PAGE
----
To be able to clean my house and take care of errands in seconds.

Henry: In lieu of superpowers, you could benefit from having minions.

If you could have three authors over for dinner, who would it be?

Hmmm…It would have to be Tim Burton, Steve Martin, and Bill Murray. Tim Burton because his work has always inspired me. Steve Martin because he’s super talented and very funny. Bill Murray isn’t an author but I love how he doesn’t seem to take life too seriously.

What do you like to do when you’re not writing/illustrating?

When I’m not writing/illustrating I’m either running, biking or swimming long distances in preparation for some kind of endurance race like a triathlon or a marathon.

Henry: I wonder if there’s a way to combine endurance training with errands…

What would you like it to say on your tombstone?

James had no regrets and lived life to the fullest.

Where can readers find your work?

Readers can find my work at JAMESBURKS.COM. Follow me on Twitter and Instagram : @jamesburksart Thanks for the interview!

Henry: Thanks for visiting with us, James. This interview is also posted on the San Diego Children’s Books Examiner.

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Interview with NY Times Bestselling ‘Feral’ series author Cynthia Leitich Smith

Cynthia Leitich Smith is the New York Times and Publishers Weekly best-selling author of the ‘Tantalize’ series and ‘Feral’ series. Her award-winning books for younger children include ‘Jingle Dancer’, ‘Indian Shoes’, and ‘Rain Is Not My Indian Name’.

Her website at http://www.cynthialeitichsmith.com was named one of the top 10 Writer Sites on the Internet by Writer’s Digest and an ALA Great Website for Kids. Her Cynsations blog at cynthialeitichsmith.blogspot.com/ was listed as among the top two read by the children’s/YA publishing community in the SCBWI “To Market” column.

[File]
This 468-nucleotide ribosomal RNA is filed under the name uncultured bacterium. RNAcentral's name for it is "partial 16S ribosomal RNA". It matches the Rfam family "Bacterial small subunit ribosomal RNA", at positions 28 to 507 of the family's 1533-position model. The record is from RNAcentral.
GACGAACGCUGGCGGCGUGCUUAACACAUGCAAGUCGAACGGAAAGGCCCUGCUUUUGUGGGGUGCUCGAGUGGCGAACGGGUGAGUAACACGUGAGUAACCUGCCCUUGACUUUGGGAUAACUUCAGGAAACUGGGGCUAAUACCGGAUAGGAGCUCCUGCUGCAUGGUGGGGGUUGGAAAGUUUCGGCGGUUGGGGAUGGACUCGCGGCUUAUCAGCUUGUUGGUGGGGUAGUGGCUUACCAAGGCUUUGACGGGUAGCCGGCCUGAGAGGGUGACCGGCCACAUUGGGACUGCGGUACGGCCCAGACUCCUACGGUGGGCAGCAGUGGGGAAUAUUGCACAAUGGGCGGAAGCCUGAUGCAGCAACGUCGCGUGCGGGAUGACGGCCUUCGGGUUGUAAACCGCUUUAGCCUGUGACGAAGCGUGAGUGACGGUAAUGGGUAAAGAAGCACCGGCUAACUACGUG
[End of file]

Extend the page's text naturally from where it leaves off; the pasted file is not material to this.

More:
For what age audience do you write?

I write for ages 4-7 (picture books), 7 to 9 (chapter books), 10-14 (tween novels) and 12-up (YA novels) as well as YA short stories and narrative nonfiction. My stories include realistic fiction and fantasy.

Henry: I’m always doubly amazed by authors who can write both picture books and YA. Those are horses of a different color.

Your book ‘Jingle Dancer’ was chosen for the 2013 One Book, One San Diego for Kids program. Please tell us about that.

Young readers across San Diego are encouraged to read and discuss (in school and beyond) ‘Jingle Dancer’, contemporary American Indians, and those Native Americans whose nations are based in San Diego County.

What do you hope readers will get from reading that book?

First that Native people have a past, present and future. That we are active in our traditional cultures and the larger world and that our traditions are thriving.

You also have written young adult graphic novels. Please tell us about that.

Tantalize: Kieren’s Story and Eternal; Zachary’s Story are adaptations of the first two prose novels from the Tantalize series. They feature new scenes and new points of view as well as Ming Doyle’s amazing art work.

Henry: You are my hero!

What aspect of writing do you find most challenging?

I find getting the first draft down to be the biggest challenge. Every word, every punctuation mark, every plot point is a decision. It’s much more fun to play with something that already exists.

Henry: So true.

What is a powerful lesson you’ve learned from being a writer?

Children and teens take in stories to the deepest imaginable level. What we put on the page can change the people they’ll become and the course of their lives.

Henry: With great power comes great responsibility.

What has been a memorable experience that you never would have had if you had not been a writer?

For me, it’s been a treat to interact with authors who were publishing when I was a young reader. Judy Blume once gave me a pep talk at a writing conference. I had a short story featured in the same anthology as Beverly Cleary. Magic.

Henry: I’ve had similar experiences. It’s been inspiring to meet amazing authors like Richard Peck, David Brin, Dan Gutman, Orson Scott Card, Dan Yaccarino, and Brandon Sanderson.

What advice would you give to aspiring authors?

Read, read, read, read, and then try to write at least three minutes a day. The words add up.

Do you have any strange rituals that you observe when you write?

I write on a treadmill desk, walking and typing, with Olivia Newton John “Xanadu” album playing quietly in the background.

Henry: Xanadu!? Now you’re scaring me… 🙂

What would you like it to say on your tombstone?

Author Buried in Plot
(We all knew it would happen eventually.)

Henry: I see what you did there.

Where can readers find your work?

Bookstores, libraries, e-tailers. If it’s not on the shelf, just ask for an order to be put in.

This interview is also posted to the San Diego Children’s Books Examiner.